5. Don’t Think Like An Old Person; Think Like A Child

Research shows that the number of synapses, or connections, in the brain is greater in a child of two than in an average adult. The reason for this is that a child of two has no limiting worldview like adults do.

Think of a sculptor who starts off with a large block of clay, more than he needs, and then gradually removes the clay as he molds his sculpture. What would happen if he used the excess clay to make

If we use our brains like little children (even Jesus noted how important it was for adults to change their minds to think more like children in Matthew 18:3), accepting everything without judgment, we can actually halt and reverse the brain aging process.

Tip: Don’t worry about the threat of cognitive decline with age. With the right stimulus and passion for learning, you can actually improve your brain’s powers, no matter how old you are.

blind men and the elephant

6. look at The Big Picture, but pay attention to the details

You may know the poem by John Godfrey Saxe called “The Blind Men and the Elephant.” It tells the story of how six blind men of Indostan go to see an elephant and each try to work out what it is from touching it. One blind man touches the tusk, another the trunk, another the tail, and so on. Of course, not being able to see the whole elephant, they come to wildly different conclusions about what the elephant is.

This kind of goes along with #1 above. You have to wait and get all the information before you can make an educated assessment of any situation. Put you want to really pay attention to that information to make sure you’re getting the clearest picture possible. Remember, “God is in the details,” but the devil is too. If you don’t get all the details, or if you don’t put them all in the right places within the bigger picture, you can really mess things up.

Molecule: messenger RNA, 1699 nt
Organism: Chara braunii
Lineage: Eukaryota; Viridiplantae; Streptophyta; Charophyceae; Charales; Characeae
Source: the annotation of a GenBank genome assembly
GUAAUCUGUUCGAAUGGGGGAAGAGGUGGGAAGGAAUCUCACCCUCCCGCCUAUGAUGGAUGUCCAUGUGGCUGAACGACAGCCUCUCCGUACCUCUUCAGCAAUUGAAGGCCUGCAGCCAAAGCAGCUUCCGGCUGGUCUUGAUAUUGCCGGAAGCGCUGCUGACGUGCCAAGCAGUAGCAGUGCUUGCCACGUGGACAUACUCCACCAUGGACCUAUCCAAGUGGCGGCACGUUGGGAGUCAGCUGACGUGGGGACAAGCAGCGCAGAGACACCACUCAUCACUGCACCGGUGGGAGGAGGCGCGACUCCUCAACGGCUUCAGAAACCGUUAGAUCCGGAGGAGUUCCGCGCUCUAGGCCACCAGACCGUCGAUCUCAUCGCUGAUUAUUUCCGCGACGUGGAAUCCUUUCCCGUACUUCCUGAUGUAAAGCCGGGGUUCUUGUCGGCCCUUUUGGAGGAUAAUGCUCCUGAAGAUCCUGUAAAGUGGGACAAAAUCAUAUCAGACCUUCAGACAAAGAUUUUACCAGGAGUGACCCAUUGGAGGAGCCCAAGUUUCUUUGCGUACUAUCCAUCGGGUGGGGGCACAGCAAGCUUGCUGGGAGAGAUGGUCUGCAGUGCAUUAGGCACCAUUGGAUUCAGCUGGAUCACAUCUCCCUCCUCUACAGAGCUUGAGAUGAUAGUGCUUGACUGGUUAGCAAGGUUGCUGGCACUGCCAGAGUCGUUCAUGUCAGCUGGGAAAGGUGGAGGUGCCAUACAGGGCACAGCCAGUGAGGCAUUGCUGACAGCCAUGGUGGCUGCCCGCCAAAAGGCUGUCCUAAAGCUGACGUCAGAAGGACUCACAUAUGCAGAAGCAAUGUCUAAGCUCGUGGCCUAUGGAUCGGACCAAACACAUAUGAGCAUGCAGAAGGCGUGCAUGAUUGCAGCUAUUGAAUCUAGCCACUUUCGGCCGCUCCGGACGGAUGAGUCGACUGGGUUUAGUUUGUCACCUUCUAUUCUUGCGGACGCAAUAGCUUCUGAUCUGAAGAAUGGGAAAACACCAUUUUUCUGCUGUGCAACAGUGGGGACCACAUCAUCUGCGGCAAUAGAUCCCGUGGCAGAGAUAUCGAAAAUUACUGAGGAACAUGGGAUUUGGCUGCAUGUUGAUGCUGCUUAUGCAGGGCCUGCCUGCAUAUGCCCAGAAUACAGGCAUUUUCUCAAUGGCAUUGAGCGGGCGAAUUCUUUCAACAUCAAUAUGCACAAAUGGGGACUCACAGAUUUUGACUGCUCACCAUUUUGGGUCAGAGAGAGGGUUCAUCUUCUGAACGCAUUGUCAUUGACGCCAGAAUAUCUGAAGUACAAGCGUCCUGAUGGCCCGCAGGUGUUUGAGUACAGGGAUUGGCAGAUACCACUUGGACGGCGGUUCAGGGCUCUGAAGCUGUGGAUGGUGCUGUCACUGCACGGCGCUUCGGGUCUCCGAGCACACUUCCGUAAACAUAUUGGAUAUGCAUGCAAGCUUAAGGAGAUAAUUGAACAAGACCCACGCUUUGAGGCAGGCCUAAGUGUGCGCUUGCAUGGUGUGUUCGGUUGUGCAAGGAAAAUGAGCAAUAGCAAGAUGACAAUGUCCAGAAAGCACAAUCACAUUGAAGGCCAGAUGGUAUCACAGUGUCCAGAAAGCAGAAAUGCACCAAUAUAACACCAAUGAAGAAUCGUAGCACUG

Tip: Try to keep the big picture in front of you while looking at details. It will help to put everything in its proper place and context.

7. Think For Yourself

One of my favorite songs ever is the Beatles’ “Think for Yourself.” It’s not a very nice song. It’s like the narrator is telling some former (or soon-to-be former) lover, “Hey, you better start thinking for yourself, because I’m not going to be around to help you.” But I always liked it because of the title and the idea behind it – think for yourself; don’t get your answers about who you are and what should do from other people. Figure it out for yourself. That’s the essence of creativity.

Taking time out to form your own thoughts is still frowned upon within many organizations that prize activity over creativity, like most traditional schools where we send our children to be educated (read: indoctrinated). People who work in creativity-constrained organizations are likely to think the way they are supposed to think, or as others think, or as has always been the way to think.

It’s like the blinded following Hans Christian Anderson describes in his story “The Emperor’s New Clothes.” Everyone in the land refuses to see that the emperor is naked and has been duped into believing he is wearing a splendid costume for his coronation. Only a young boy who has not been party to the cultural brainwashing can see the truth and cries out: “Look, everyone, the Emperor is wearing no clothes!”

Don’t be the crowd; be that kid (remember #5?).

Tip: Don’t let others tell you how to think. When others ask your opinion, tell it to them straight.

If you keep these 7 things in mind as you go through your day-to-day routine, you’ll soon find something amazing happening. You’ll be able to come up with fresh, innovative, creative solutions to all your problems – and maybe some other people’s too!